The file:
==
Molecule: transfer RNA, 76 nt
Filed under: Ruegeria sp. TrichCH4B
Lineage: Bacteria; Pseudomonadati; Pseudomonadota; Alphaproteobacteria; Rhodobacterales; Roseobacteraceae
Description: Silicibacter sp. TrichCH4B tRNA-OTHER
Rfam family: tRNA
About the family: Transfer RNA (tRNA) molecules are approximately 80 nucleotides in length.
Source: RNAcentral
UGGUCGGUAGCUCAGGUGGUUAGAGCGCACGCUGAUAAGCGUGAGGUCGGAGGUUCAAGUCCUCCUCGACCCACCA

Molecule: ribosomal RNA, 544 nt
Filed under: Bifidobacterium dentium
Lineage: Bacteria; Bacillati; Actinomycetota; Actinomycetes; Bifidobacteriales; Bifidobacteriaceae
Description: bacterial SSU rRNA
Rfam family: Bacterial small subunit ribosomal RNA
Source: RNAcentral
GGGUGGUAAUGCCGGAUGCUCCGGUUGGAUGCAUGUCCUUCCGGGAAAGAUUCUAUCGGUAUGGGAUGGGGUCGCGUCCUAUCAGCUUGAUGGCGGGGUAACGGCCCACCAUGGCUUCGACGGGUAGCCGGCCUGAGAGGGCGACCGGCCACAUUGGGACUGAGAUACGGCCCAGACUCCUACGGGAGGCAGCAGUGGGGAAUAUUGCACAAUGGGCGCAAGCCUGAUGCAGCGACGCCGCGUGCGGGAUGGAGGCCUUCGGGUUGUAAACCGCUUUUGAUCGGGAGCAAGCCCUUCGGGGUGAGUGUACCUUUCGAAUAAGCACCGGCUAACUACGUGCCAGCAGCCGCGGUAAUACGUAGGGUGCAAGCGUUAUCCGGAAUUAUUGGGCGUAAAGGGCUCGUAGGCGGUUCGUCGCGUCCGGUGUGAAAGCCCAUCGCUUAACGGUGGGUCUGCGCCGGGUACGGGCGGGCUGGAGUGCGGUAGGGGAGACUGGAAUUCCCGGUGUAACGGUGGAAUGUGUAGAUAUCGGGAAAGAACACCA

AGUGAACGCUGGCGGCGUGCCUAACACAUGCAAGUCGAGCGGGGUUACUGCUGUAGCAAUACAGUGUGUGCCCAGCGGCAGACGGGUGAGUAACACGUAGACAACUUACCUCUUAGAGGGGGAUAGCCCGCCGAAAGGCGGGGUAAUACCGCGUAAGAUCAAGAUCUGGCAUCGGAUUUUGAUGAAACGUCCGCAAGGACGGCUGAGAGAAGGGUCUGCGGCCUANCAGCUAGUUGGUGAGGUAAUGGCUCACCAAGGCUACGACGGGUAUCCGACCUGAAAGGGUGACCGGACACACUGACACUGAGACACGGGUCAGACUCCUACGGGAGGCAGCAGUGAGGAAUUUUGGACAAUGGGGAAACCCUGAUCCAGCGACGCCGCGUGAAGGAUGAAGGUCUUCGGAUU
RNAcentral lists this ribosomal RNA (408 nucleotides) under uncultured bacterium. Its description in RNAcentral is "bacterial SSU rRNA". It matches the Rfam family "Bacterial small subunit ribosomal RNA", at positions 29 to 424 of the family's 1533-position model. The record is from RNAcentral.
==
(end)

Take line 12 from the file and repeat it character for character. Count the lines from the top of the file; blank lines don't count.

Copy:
Description: bacterial SSU rRNA